The female characters are the interesting ones. The men get shorter shrift as bullies, brutes, airhead toffs, perverts and misguided eccentrics. The three main women, though - Sugar, Agnes and Mrs Emmeline Fox - are fully three-dimensional, and each gains our sympathy despite her particular flaws and less than pleasant aspects. A prostitute, a spoiled, apparently unfeeling society wife, a campaigning do-gooder: not much in common, then. Yet together, they illustrate more about the lot of women in 19th-C London than pretty much any other book I've read, but also suggest that women could, against the odds, potentially find themselves empowered to escape their destiny. I'm not sure how many Sugars there might have been in real life - how did she learn to read and write, how did she get access to her books and writing materials? But still, not impossible.

No point giving away the plot for anyone who doesn't know much of it. I'd just recommend you find the time, perhaps as a holiday read, and get stuck in. It's a thought-provoking novel that eventually engrosses and takes you well beyond the stereotypes.
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on 25 May 2011
I thoroughly enjoyed this. I was drawn in by the clever device Faber uses speaking directly to the reader, and just as it was about to become supremely annoying, it disappeared.
Is this a morality tale ? Definitely. But what a tale. All the huge characters bar one, are focussed on their own success, safety, sex, and money. But what of happiness? It is fleeting, glimpsed in back alleyways, after sex, when money changes hands, and sadly at one spectacular Christmas. Only poor Agnes, wife of the philandering protagonist, William, has no clue what is going on, or how ill she is. Again an interesting twist that we, as readers, are the only ones who know what the real problem is, adding a third dimension to everyone's actions.
This is a huge reveal of Victorian life from the gutter up, or maybe in this Instance down. All the smells and bodily functions are here. I did skip bits, I confess, when two characters wallowed in their knowledge of the bible and the search for the Truth and rescuing prostitutes.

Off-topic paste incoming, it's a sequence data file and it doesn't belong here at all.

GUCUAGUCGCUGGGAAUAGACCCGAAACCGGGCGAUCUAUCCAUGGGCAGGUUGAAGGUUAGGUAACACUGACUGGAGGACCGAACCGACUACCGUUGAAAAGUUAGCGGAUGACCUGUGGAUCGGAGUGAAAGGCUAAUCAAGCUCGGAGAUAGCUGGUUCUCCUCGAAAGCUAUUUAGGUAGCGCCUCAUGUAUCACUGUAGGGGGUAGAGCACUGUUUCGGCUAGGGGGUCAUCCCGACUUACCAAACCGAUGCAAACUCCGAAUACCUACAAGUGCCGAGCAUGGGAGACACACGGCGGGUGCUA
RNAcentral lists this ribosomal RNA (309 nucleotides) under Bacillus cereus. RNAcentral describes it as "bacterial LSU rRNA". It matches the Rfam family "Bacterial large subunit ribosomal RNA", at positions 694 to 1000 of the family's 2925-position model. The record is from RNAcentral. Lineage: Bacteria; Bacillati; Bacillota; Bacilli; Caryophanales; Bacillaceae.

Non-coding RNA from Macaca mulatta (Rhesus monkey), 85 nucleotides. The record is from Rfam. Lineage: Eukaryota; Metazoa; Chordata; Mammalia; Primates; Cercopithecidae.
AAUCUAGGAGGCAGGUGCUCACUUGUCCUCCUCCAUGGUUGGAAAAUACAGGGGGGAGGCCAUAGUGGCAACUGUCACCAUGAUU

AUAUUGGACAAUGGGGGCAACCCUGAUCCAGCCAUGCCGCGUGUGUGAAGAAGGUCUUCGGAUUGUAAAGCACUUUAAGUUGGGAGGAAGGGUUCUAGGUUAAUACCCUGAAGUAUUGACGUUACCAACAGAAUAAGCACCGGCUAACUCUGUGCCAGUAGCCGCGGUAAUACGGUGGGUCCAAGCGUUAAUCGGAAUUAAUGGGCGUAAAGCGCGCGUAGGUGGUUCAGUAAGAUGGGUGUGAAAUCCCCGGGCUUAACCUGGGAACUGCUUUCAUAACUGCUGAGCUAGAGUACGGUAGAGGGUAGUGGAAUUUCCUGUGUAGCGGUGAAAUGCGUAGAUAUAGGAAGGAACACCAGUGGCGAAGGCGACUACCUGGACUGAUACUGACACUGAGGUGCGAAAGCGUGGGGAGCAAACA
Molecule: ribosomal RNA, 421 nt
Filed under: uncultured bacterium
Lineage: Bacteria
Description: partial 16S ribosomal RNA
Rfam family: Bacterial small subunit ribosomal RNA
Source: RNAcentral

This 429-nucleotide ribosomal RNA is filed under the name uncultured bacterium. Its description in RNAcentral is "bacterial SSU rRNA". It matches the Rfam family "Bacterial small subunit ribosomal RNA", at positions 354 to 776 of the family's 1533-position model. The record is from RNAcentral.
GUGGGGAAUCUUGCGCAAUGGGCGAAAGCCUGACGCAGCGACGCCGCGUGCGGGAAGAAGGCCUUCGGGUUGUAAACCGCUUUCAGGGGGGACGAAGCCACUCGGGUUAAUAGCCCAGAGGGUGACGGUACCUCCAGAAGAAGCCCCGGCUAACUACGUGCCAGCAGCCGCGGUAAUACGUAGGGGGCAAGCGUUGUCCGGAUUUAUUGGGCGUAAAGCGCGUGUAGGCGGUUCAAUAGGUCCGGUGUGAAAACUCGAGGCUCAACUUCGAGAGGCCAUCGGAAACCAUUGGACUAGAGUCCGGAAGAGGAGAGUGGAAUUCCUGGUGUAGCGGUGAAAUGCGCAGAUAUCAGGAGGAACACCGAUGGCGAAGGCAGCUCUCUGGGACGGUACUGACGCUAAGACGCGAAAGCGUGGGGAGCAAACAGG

Sugar, the prostitute who stars in this tale is a complex psychotic character, who stood no chance from the age of 14. A manipulator,not quite the 'Tart with a heart.'
I yearned for happiness for 6 year old Sophie, after her years in the nursery. I will let you judge whether this happened.
Would it scared your granny, oh yes. 9/10 on the don;t give to your granny for Christmas but the again.....
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on 5 June 2011
So many reviews already written about this book that I was not going to add my four pennyworth! However, - having just finished this book I feel I have to....

Two words sum this book up - BRILLIANT MASTERPIECE.

If you have gone into this review section still wondering whether to buy it, hesitate no longer! Without doubt the best book you will read this year if not this decade.

Actually felt as if I were one of the characters in the story, privvy to such personal insight to everyone's storyline. One could be forgiven for feeling as though being part of this story is as real (if not more so) than every day life. BUY!
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on 29 June 2017
Well written and captures your interest enough to keep going but ultimately goes nowhere. The ending, unlike anything else in the book brief to the point of being non existent. Read it at your pearl.
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on 18 October 2016
Even though this book is over 800 pages, I still loved it. The author brought the reader back to England during the Victorian era. Each character was so fascinating I couldn't put the book down. I would highly recommend this book particularly for women.